Master Hunter Program

The Master Hunter Program allows hunter access to hunting and allows ranchers a chance for wildlife management and more. Photo courtesy of One Montana.

The Montana Master Hunter Program, started in 2018, is meant to help both landowners and hunters.

“The Master Hunter program is one more tool in the toolbox we can give ranchers and landowners, and the more tools we can give them that fit their situation, the better,” said Kelly Beevers, One Montana, who works to find ranchers and other landowners for the Master Hunter Program.

Each landowner has his or her own reason for wanting to work with the program. Some want help with wildlife management; some want to trade responsible hunting privileges for conservation work; and some want to be part of an education program to educate about ranching, soil health and more.

Beevers signed up 19 ranchers in 2019.

“All of our current landowners have agricultural operations, but they don’t need to,” she said.

Hunters must take more than 50 hours of class and outside study: lectures, readings, classroom work and hunter skills testing.

“It is very hard to become certified,” Beevers said.

Some ranch owners need conservation projects done around the ranch, and they trade permission to hunt for work.

One rancher owns a large cattle operation at Snowcrest.

“Snowcrest requires hunters to come and do a day of service and cut down conifers, which are encroaching upon rangeland and creates problems for wildfire management,” she said.

The Ruby Habitat Foundation, owned by the Montana Sand Reliance, is a non-profit education program that takes eight hunters. The Foundation provided a full scholarship to one applicant, and the winner was Lindsey McHugh.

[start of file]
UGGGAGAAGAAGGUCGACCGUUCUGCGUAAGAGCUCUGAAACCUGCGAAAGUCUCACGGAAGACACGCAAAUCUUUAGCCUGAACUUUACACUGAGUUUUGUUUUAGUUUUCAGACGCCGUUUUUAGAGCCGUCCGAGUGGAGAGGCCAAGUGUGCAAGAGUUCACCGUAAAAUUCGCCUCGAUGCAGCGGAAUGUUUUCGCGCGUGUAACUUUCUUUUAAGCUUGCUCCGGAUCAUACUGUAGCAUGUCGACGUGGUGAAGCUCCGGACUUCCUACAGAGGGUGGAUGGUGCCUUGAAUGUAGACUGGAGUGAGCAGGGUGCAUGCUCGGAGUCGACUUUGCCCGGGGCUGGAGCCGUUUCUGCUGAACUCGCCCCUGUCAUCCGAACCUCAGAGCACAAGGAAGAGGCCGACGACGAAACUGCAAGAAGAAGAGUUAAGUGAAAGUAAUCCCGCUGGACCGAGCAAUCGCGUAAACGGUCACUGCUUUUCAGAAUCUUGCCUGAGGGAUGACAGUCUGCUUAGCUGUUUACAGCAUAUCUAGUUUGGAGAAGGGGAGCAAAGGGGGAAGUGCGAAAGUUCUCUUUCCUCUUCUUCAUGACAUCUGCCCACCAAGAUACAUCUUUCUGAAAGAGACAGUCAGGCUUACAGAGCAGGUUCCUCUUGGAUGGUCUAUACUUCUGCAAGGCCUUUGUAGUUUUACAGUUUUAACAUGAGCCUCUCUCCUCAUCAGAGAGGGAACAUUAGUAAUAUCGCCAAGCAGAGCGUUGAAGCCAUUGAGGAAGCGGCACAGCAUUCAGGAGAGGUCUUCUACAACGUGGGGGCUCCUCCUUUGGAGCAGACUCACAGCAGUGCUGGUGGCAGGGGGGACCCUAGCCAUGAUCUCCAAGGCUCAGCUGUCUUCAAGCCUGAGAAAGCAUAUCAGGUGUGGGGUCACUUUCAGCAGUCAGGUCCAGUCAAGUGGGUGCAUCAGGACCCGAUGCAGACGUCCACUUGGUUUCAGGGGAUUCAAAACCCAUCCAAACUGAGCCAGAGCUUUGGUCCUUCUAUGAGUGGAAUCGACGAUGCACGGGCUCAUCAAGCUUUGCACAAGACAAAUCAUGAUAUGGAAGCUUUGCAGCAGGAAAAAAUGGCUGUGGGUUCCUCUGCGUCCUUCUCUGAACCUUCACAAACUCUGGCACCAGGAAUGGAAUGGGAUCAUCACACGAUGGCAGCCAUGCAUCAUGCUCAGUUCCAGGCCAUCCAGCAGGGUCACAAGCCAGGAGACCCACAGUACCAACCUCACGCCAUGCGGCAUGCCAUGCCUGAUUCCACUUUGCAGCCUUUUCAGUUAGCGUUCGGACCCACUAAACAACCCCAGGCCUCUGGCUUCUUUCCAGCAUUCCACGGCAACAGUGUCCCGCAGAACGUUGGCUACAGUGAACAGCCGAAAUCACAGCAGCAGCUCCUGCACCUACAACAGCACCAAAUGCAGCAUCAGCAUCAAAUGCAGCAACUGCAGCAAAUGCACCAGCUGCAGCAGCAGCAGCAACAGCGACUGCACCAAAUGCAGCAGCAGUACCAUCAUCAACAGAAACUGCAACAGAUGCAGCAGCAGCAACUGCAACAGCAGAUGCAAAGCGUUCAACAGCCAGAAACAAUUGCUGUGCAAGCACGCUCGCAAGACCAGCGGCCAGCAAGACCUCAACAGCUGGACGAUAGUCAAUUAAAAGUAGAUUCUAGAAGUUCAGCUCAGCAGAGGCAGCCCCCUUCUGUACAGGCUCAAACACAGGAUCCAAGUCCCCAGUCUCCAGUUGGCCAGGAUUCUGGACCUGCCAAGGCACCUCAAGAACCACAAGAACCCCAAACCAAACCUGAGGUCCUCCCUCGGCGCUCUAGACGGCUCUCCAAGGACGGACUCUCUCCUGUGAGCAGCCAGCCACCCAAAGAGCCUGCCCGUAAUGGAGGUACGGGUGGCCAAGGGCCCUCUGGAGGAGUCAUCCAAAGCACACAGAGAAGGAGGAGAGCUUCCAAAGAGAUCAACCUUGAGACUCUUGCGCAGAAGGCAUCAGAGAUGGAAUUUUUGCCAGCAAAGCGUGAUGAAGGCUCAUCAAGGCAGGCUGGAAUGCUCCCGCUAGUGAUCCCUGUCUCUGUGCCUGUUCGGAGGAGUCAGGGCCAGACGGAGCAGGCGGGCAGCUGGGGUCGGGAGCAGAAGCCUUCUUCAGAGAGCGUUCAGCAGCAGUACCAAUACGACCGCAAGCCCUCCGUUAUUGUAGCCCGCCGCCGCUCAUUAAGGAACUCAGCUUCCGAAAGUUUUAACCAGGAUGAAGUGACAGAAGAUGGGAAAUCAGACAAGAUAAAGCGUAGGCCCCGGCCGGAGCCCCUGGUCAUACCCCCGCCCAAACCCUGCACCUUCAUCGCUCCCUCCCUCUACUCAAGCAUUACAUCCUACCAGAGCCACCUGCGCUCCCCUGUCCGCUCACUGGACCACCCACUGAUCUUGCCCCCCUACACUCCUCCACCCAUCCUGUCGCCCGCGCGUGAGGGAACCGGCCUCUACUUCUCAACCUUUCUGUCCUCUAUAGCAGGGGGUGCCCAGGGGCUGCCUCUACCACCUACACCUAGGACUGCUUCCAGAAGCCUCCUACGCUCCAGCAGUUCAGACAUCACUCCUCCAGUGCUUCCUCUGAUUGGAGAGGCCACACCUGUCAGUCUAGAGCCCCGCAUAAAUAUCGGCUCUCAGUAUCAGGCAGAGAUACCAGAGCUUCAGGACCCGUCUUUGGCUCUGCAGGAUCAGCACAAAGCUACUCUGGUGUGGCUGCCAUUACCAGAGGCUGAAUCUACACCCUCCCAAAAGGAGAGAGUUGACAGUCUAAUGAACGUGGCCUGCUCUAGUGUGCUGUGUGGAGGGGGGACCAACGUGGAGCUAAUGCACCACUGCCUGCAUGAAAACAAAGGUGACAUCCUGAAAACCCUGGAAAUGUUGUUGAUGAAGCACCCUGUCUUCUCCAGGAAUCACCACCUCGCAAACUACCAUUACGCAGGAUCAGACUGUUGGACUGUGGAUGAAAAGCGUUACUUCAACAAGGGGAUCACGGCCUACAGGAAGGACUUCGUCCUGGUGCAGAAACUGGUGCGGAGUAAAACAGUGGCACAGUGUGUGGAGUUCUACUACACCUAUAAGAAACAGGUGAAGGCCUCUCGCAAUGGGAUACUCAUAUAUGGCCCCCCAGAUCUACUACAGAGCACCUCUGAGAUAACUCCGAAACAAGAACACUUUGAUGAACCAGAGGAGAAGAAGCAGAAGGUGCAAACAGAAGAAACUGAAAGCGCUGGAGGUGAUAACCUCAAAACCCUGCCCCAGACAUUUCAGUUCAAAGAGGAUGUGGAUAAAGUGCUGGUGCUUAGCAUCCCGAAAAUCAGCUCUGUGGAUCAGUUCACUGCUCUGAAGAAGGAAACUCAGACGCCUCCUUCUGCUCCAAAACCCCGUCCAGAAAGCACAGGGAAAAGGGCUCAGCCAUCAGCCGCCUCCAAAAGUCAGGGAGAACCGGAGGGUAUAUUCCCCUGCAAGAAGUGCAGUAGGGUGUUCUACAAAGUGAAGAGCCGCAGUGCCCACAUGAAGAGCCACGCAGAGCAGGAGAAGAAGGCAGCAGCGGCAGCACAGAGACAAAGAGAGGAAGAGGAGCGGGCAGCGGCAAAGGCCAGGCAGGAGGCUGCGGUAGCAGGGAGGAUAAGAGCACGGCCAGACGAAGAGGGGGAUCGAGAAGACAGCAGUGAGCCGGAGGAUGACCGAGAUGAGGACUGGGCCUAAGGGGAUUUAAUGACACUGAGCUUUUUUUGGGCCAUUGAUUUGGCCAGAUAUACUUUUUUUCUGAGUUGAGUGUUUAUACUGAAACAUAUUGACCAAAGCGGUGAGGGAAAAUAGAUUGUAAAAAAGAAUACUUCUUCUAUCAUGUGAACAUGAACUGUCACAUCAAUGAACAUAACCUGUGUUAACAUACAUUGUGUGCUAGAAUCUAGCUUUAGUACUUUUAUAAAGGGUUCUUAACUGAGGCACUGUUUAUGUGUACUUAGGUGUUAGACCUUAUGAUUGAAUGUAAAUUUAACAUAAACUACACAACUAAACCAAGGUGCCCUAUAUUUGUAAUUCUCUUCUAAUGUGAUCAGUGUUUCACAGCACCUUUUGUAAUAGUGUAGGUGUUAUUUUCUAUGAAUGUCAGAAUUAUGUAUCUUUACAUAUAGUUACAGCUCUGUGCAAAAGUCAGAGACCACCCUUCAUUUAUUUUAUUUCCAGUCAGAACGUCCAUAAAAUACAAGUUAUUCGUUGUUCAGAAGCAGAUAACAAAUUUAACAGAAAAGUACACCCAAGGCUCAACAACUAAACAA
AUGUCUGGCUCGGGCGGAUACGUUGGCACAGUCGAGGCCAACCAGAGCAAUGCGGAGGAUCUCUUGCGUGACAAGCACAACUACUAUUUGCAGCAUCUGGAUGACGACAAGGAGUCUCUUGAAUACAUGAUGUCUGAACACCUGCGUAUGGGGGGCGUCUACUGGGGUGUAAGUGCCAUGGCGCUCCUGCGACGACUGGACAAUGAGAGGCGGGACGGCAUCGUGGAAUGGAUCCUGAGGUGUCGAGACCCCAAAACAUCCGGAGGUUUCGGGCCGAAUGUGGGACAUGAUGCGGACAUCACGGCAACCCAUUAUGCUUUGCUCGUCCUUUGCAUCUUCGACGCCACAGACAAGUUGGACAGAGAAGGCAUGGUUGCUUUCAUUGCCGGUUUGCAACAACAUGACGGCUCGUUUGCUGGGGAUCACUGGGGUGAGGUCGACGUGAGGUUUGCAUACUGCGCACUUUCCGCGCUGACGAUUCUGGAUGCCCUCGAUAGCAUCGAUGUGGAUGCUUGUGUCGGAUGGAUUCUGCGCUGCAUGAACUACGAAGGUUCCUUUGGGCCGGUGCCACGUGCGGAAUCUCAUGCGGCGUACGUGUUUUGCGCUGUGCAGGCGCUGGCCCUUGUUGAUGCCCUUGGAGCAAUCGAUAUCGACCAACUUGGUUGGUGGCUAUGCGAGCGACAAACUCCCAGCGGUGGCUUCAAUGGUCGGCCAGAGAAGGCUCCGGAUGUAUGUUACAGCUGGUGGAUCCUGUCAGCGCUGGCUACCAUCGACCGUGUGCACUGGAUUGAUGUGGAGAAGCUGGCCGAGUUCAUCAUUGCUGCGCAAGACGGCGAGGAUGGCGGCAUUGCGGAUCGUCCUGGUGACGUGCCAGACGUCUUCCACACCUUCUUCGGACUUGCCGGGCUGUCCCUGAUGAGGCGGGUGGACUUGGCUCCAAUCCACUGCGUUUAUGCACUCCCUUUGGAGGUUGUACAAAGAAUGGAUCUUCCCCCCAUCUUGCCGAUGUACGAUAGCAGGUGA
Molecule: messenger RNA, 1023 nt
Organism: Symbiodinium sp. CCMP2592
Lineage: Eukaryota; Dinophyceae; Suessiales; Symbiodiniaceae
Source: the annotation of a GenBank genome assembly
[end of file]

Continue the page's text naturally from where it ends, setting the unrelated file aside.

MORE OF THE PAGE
At the beginning of the program, Scott Hibbard, a Cascade County rancher, worked with many other ranchers and the Montana Fish Wildlife & Parks Department on developing the Master Hunter Program.

“He met with landowners and hunters, trying to find out how relations could be improved between hunters and landowners and what it would take to improve hunting access and wildlife in the state,” Beevers said. Hibbard worked with such groups as the Montana Stockgrowers Association, Montana Grain Growers Association and the Western Landowners Alliance.

In the program, some 90 Master Hunters have graduated.

In January 2020, the program started in Missoula, accepting 105 participants for three classes in Missoula, Helena, and Bozeman.

After graduation, One Montana’s staff finds them a place to hunt. It is totally up to the landowner how many hunters he or she wants to host, and how many days and for how long they want to let them hunt.

Some require the hunter meet with them first before hunting, but others don’t require that.

Upon successful completion of the course, participants receive a Montana Master Hunter Certificate that is valid for several years.

Instructors include ranchers, farmers, landowners, university faculty, professional shooting instructors, private land wildlife managers, and wildlife biologists, among others.

For ranchers or potential hunters who want to learn more about the program, see https://www.mtmasterhunter.com/MasterHunter.